I’m participating in the March BlogHer challenge and some days I feel have things worth blogging about and days I don’t. This is a day I don’t. However, the good people at BlogHer made up daily prompts for just such an occasion. So here is my answer to their question for today. It’s more personal than I thought I would be in this blog, but I felt it was important to write so I’m sharing it with you.
What is the riskiest thing you’ve ever done? How did it turn out?
Well, considering that yesterday was three years exactly since starting dialysis I would rank that right up there with the riskiest thing I’ve done. The riskiest thing I will do still lies ahead of me whenever I get the call that a kidney has become available. I was thinking a lot about my first dialysis session three years ago. First of all, I thought I’d only be on dialysis for a few months. My mom was going to donate her kidney and dialysis was just until she and I could jump through all the hoops at the transplant center.
I had a subclavian catheter access for hemodialysis, which in plain English means there was a 19-inch tube threaded through the subclavian vein in my neck down almost to the heart and came out just above my right breast. That end, or port, is where the techs down at the hemo center would attach an incoming and out-going tube hooked to “the machine.” My blood would be sucked at a rate four times faster than blood normally travels and filtered through a machine and pumped back into me at the same rate. For. Three. Hours. In a room that reeked of bleach and blood.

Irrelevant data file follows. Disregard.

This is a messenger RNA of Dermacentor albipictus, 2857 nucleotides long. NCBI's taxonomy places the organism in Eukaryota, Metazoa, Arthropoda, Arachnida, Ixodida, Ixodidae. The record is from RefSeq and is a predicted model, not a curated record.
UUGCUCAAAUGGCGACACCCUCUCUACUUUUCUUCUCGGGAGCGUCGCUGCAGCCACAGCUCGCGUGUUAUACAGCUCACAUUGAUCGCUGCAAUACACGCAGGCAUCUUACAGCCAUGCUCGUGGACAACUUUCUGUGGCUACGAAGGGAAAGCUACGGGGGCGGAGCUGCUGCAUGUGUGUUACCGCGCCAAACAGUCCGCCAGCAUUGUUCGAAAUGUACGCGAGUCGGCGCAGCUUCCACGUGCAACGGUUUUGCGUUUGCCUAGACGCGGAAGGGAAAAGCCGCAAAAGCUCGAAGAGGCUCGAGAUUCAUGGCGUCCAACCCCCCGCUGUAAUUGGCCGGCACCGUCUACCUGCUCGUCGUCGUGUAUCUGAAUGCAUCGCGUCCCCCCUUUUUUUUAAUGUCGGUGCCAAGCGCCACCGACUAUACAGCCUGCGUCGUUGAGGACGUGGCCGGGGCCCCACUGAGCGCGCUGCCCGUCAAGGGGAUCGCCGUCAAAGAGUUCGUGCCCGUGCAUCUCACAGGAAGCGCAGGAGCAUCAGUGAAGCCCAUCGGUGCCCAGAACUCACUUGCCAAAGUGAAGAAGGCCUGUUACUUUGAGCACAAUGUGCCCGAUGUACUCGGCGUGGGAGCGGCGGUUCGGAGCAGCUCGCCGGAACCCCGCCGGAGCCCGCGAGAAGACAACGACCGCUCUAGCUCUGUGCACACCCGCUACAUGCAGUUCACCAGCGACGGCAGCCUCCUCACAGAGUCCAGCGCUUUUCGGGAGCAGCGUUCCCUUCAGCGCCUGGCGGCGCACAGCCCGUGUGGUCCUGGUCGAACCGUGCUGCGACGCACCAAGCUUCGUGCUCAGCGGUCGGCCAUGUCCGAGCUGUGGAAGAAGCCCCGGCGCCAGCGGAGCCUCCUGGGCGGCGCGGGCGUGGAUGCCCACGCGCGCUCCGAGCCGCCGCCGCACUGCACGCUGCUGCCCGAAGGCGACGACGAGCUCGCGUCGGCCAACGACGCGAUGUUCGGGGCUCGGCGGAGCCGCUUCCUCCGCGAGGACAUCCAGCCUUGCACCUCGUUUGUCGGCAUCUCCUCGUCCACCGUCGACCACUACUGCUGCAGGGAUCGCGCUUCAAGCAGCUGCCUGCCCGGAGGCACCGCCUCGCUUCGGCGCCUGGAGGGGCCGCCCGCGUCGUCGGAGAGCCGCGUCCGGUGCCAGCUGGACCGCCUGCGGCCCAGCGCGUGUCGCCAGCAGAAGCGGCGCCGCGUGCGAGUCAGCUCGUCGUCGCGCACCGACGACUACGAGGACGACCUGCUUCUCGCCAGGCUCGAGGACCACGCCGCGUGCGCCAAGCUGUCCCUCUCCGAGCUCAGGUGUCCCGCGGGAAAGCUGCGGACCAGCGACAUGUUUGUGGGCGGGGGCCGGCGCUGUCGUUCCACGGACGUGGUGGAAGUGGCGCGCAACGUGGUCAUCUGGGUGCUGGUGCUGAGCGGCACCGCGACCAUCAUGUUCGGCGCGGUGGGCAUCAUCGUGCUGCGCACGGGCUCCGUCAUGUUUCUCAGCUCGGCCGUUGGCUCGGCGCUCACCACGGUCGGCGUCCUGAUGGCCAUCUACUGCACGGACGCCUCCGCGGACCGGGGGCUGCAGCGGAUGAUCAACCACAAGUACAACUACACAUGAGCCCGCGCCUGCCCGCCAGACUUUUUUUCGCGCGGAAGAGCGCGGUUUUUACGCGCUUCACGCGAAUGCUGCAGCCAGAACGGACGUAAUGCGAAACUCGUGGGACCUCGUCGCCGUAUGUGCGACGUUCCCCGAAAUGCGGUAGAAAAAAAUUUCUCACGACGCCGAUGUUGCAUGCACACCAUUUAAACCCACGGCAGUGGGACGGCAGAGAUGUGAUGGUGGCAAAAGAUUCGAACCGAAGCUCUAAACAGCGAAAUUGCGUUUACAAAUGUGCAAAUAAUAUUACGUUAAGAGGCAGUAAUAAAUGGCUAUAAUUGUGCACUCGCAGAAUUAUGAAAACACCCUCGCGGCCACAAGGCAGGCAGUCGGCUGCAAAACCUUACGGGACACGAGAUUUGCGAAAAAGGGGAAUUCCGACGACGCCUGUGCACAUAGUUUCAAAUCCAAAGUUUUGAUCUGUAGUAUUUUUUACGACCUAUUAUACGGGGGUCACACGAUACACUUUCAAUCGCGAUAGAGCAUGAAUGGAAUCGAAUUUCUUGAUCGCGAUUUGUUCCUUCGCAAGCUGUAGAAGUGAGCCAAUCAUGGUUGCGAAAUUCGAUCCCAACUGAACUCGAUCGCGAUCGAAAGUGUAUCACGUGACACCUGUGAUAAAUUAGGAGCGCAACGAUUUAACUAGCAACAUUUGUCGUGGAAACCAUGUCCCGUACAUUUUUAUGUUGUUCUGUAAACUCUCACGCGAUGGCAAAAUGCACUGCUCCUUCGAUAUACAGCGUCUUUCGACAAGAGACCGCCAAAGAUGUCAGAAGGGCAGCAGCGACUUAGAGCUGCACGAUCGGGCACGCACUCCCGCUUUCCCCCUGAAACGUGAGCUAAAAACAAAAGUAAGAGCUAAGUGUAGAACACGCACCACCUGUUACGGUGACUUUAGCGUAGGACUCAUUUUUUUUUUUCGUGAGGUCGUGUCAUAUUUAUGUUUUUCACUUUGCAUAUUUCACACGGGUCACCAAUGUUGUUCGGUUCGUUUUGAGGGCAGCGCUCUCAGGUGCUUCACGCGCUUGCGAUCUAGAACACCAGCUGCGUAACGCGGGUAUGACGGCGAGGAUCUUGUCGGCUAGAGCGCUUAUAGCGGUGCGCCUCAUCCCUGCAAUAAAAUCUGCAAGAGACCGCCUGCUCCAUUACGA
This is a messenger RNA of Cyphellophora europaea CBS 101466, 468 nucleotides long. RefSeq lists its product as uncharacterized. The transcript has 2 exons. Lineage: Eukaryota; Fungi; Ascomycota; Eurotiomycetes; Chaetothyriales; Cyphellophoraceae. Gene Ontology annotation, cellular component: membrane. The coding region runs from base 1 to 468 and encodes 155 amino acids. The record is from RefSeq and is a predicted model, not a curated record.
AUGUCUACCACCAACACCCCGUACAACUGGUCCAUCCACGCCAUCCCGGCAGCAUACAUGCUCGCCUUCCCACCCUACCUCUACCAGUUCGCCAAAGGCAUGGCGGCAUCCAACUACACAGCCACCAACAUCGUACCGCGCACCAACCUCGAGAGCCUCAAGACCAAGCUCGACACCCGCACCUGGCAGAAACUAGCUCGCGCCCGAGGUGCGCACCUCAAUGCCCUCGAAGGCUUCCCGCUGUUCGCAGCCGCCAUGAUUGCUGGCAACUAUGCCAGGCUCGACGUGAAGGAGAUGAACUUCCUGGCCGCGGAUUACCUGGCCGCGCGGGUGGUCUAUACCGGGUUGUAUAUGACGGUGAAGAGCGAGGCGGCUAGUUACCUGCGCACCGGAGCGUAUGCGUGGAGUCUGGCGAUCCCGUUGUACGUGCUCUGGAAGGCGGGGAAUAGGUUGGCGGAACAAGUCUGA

That went on for five long months punctuated by numerous trips to the ER, including one memorable one when I was carted off by ambulance right from my chair at the dialysis center. I also had to have that accursed catheter replace 5 different times. During that time I found out my mom had been disqualified from donating (all my other family had already been ruled out for other reasons) and my “few months” on dialysis was extended to years. No way was I doing hemo for that long. Even if I got a fistula access (where they hook an artery to a vein in your arm and stab you with 2 huge needles three times a week to get the blood out), I hated being chained to the chair for hours at a time and afterwards feeling worse than I did when I came in.
Luckily, I was a good candidate for peritoneal dialysis and have been doing dialysis at home for 2.5 years. There is another tube surgically implanted, this time in my abdomen; it exits my body about 6 inches to the left of my belly button. I do 3 manual exchanges a day. In the morning I “fill” which means I put in 1.5 liters of sugar water in my peritoneum through the catheter (the peritoneum is the sac containing your abdominal organs like stomach, gall bladder, liver, etc) and let it dwell for 6-8 hours. Then I do two exchanges throughout the day where I drain the old fluid (the peritioneal membrane has been doing the job of a kidney) and replace with 1.5 liters of fresh sugar water. Each exchange takes about 30 minutes and I even do one of them in my car when I’m at work. Most people who do home dialysis do peritoneal dialysis but they use a cycler at night that can be programmed to do the exchanges while you sleep. I chose not to do that as I refuse to be hooked to anything for that length of time at all.
Overall, my attitude towards dialysis is that it’s a necessary evil. I don’t really like it but it beats dying. It’s a risk I have to take and it probably is what makes me cautious about most other things in my life. There is enough risk in my life just trying to stay healthy without taking chances in other areas of my life